WASHINGTON (AP) — Legislation making it easier for small businesses to raise money survived a test vote in the Senate on Wednesday, increasing the chances it could emerge as one of the few bipartisan bills to pass Congress during this election year.
The procedural vote was to cut off debate and move the measure toward passage. Only a day earlier, the legislation that had passed the House two weeks ago by an overwhelming margin appeared in danger of dying.
Senate Democrats met late Tuesday to discuss how to proceed after Republicans succeeded in blocking Democratic amendments that would have increased protections for those investing in small businesses and startups, and extended the life of the Export-Import Bank.
The 76-22 vote to move forward sets up a vote on final passage planned for Thursday after the Senate votes on two amendments addressing aspects of investor protection. Approval of those proposals would send the bill back to the House.
President Barack Obama has expressed his support for the legislation, which would ease some federal rules so small companies and innovators could more easily attract investors and go public. But the White House has said it supported Senate Democratic efforts for adequate safeguards for potential investors in light of any reduced government oversight over investment transactions.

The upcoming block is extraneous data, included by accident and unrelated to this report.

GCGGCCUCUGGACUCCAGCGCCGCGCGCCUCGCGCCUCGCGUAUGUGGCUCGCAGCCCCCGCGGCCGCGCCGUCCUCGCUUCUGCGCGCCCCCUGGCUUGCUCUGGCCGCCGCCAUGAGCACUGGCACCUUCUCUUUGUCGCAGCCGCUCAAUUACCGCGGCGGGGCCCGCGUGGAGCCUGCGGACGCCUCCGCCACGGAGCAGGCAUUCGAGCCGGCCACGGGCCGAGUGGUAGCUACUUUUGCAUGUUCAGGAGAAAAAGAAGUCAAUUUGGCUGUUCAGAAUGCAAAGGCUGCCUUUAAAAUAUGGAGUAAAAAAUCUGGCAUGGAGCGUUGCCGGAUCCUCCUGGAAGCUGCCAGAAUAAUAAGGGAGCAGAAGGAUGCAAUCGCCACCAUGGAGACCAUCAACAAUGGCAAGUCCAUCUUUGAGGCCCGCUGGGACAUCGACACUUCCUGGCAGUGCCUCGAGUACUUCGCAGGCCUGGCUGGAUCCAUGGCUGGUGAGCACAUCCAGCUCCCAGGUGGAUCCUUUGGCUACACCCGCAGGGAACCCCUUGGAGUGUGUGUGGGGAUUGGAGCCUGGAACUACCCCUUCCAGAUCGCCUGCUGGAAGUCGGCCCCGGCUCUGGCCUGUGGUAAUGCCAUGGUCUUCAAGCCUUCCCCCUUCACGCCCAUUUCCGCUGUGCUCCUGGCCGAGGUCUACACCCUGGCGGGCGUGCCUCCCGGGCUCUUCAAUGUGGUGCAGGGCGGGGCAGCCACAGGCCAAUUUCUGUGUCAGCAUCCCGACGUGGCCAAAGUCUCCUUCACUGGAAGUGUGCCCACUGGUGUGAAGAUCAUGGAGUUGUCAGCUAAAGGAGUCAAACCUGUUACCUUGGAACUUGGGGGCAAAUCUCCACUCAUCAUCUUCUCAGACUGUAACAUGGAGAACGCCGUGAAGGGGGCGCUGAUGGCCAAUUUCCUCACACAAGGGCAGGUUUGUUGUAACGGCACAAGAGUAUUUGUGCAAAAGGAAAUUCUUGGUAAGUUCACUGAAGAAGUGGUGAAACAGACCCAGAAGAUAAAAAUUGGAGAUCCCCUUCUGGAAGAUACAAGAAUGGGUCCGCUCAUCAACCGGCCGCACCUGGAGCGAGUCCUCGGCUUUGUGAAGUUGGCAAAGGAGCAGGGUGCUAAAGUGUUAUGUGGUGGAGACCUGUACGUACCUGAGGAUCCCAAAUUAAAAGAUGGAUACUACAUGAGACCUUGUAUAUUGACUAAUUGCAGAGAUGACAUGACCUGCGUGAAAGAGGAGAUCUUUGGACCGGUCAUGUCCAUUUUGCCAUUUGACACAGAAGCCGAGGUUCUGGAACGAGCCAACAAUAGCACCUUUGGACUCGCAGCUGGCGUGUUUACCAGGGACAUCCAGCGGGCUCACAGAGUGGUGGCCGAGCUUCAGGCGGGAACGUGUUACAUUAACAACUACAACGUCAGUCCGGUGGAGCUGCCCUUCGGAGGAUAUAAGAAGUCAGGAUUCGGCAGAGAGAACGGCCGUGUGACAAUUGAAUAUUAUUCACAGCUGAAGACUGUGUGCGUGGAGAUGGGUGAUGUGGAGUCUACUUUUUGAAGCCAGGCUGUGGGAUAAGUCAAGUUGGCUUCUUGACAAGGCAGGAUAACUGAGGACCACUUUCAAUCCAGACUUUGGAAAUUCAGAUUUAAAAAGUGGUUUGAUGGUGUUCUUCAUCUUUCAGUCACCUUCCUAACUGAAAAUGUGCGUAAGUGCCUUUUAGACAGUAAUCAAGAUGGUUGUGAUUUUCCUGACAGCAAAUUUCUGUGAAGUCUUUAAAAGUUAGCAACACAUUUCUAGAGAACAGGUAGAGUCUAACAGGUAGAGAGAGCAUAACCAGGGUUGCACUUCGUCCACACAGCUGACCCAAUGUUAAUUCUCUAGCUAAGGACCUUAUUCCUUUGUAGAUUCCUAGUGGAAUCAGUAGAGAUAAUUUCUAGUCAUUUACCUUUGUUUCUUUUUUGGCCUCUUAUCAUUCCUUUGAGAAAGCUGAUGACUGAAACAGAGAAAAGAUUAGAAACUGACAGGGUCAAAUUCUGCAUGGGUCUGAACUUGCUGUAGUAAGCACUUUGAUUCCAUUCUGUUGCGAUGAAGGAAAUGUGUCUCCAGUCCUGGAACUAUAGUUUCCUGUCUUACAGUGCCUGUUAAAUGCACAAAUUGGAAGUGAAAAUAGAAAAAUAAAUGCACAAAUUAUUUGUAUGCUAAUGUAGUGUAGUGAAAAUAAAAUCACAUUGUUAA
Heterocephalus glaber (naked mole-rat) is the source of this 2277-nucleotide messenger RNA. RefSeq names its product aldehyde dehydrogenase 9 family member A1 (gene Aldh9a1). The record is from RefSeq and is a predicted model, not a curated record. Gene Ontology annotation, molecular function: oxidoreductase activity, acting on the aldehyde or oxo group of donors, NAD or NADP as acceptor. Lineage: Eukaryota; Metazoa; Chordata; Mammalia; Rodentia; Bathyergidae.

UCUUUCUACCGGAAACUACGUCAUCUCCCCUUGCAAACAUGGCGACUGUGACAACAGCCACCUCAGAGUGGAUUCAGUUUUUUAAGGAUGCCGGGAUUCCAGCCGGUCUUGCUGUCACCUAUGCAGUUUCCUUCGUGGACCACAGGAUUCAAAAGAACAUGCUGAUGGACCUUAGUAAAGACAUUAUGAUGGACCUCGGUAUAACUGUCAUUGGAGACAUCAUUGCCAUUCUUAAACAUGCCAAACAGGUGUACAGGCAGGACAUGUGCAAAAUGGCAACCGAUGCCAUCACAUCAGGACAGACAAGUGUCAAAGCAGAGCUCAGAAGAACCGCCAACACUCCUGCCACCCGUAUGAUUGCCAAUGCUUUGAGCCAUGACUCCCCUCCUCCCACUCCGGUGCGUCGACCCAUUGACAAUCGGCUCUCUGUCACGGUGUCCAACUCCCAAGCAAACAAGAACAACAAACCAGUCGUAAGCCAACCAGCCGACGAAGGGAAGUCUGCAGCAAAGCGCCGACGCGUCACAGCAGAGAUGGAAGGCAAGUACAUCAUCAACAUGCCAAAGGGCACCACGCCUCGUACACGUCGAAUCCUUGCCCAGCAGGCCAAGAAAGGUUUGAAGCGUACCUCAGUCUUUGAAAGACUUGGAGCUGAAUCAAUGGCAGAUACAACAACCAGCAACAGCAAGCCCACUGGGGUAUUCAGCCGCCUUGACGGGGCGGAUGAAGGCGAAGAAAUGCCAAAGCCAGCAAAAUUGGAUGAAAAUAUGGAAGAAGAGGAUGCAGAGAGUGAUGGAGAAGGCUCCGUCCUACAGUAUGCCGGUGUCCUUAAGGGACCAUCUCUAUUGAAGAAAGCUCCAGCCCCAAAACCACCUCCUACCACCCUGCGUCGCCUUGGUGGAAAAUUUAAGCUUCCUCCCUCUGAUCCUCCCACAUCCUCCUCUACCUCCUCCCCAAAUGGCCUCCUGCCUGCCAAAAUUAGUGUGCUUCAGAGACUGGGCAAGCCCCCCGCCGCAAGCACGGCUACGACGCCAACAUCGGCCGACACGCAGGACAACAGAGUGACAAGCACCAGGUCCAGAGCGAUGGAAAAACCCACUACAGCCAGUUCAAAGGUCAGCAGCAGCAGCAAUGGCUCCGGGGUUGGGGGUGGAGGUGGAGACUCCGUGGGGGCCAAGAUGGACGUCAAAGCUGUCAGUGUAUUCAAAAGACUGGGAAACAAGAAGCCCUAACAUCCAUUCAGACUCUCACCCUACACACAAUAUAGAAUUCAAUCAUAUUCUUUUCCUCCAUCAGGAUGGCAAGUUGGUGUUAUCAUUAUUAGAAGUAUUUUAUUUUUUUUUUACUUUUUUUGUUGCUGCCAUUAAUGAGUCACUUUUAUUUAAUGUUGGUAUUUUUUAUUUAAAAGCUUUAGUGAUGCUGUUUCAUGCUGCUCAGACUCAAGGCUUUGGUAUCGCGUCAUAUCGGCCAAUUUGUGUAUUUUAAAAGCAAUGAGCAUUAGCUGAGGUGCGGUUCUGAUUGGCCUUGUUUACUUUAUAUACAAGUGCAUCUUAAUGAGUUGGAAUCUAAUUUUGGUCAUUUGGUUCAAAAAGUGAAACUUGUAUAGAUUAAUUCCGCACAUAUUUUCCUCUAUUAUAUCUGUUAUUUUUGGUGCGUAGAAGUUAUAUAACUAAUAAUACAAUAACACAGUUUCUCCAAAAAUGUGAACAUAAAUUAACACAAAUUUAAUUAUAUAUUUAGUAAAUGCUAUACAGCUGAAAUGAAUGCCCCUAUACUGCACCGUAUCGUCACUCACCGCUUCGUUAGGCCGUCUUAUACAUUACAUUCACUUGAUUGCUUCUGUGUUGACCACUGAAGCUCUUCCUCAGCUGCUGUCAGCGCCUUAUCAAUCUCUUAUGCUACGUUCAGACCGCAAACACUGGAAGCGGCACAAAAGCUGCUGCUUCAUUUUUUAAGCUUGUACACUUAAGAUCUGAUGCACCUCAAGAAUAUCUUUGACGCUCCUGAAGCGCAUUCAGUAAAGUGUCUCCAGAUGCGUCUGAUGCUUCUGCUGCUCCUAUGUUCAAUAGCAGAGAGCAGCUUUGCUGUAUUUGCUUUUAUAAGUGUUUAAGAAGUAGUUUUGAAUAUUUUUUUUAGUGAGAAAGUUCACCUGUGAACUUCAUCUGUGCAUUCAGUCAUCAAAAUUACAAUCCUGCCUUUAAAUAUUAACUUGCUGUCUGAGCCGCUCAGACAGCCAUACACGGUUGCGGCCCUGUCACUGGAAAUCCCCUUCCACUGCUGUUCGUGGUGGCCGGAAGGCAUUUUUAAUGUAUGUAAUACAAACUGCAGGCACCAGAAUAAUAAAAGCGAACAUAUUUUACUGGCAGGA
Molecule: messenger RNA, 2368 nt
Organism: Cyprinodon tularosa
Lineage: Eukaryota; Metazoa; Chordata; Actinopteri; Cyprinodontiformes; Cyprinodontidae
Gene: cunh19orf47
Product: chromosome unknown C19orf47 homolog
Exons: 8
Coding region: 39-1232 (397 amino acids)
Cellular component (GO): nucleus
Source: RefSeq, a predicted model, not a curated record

Senate Republicans said the legislation was a bipartisan effort to eliminate federal red tape and create jobs, and they stuck together on the test vote.
“We need to show the American people that we can do this,” said Senate Republican leader Mitch McConnell, R-Ky. “This bill is exactly the kind of thing Americans have been asking for, greater freedom and greater flexibility.”
Democrats were split; some said they could not back the legislation because of inadequate investment protections.